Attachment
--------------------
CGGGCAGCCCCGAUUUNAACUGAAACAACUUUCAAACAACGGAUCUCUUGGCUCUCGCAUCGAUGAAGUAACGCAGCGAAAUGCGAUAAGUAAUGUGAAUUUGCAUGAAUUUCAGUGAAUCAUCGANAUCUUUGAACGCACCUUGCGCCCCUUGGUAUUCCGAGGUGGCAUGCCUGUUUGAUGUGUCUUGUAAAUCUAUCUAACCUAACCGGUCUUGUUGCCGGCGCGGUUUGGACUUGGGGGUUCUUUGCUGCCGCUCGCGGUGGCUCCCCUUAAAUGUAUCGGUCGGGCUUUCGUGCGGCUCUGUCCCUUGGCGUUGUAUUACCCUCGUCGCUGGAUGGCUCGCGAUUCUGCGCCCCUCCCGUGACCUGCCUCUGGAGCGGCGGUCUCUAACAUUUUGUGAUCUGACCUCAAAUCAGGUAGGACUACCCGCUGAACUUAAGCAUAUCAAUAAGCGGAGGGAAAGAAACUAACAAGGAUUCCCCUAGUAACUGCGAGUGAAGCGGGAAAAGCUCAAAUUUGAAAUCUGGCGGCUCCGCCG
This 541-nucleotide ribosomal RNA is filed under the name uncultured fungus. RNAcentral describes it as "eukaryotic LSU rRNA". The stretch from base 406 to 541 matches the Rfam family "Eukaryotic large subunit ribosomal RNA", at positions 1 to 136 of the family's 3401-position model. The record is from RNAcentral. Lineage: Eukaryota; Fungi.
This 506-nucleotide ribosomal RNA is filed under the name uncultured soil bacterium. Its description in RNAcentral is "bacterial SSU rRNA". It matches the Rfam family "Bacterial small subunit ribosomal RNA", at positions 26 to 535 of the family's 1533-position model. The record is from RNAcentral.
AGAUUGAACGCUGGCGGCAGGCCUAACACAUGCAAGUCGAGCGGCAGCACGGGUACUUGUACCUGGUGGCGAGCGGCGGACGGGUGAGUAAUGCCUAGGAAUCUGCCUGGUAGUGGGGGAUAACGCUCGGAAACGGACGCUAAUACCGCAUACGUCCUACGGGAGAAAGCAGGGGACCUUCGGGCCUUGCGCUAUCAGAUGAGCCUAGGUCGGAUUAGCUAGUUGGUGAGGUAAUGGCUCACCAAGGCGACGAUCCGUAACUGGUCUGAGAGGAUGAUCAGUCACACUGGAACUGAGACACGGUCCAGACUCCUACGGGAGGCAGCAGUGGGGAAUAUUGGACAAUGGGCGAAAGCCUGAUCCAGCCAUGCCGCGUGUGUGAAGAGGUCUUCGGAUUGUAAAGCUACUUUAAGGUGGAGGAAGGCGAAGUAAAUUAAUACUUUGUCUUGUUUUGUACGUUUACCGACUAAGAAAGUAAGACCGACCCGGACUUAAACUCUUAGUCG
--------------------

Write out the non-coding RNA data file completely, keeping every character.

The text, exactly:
CGGGCAGCCCCGAUUUNAACUGAAACAACUUUCAAACAACGGAUCUCUUGGCUCUCGCAUCGAUGAAGUAACGCAGCGAAAUGCGAUAAGUAAUGUGAAUUUGCAUGAAUUUCAGUGAAUCAUCGANAUCUUUGAACGCACCUUGCGCCCCUUGGUAUUCCGAGGUGGCAUGCCUGUUUGAUGUGUCUUGUAAAUCUAUCUAACCUAACCGGUCUUGUUGCCGGCGCGGUUUGGACUUGGGGGUUCUUUGCUGCCGCUCGCGGUGGCUCCCCUUAAAUGUAUCGGUCGGGCUUUCGUGCGGCUCUGUCCCUUGGCGUUGUAUUACCCUCGUCGCUGGAUGGCUCGCGAUUCUGCGCCCCUCCCGUGACCUGCCUCUGGAGCGGCGGUCUCUAACAUUUUGUGAUCUGACCUCAAAUCAGGUAGGACUACCCGCUGAACUUAAGCAUAUCAAUAAGCGGAGGGAAAGAAACUAACAAGGAUUCCCCUAGUAACUGCGAGUGAAGCGGGAAAAGCUCAAAUUUGAAAUCUGGCGGCUCCGCCG
This 541-nucleotide ribosomal RNA is filed under the name uncultured fungus. RNAcentral describes it as "eukaryotic LSU rRNA". The stretch from base 406 to 541 matches the Rfam family "Eukaryotic large subunit ribosomal RNA", at positions 1 to 136 of the family's 3401-position model. The record is from RNAcentral. Lineage: Eukaryota; Fungi.
This 506-nucleotide ribosomal RNA is filed under the name uncultured soil bacterium. Its description in RNAcentral is "bacterial SSU rRNA". It matches the Rfam family "Bacterial small subunit ribosomal RNA", at positions 26 to 535 of the family's 1533-position model. The record is from RNAcentral.
AGAUUGAACGCUGGCGGCAGGCCUAACACAUGCAAGUCGAGCGGCAGCACGGGUACUUGUACCUGGUGGCGAGCGGCGGACGGGUGAGUAAUGCCUAGGAAUCUGCCUGGUAGUGGGGGAUAACGCUCGGAAACGGACGCUAAUACCGCAUACGUCCUACGGGAGAAAGCAGGGGACCUUCGGGCCUUGCGCUAUCAGAUGAGCCUAGGUCGGAUUAGCUAGUUGGUGAGGUAAUGGCUCACCAAGGCGACGAUCCGUAACUGGUCUGAGAGGAUGAUCAGUCACACUGGAACUGAGACACGGUCCAGACUCCUACGGGAGGCAGCAGUGGGGAAUAUUGGACAAUGGGCGAAAGCCUGAUCCAGCCAUGCCGCGUGUGUGAAGAGGUCUUCGGAUUGUAAAGCUACUUUAAGGUGGAGGAAGGCGAAGUAAAUUAAUACUUUGUCUUGUUUUGUACGUUUACCGACUAAGAAAGUAAGACCGACCCGGACUUAAACUCUUAGUCG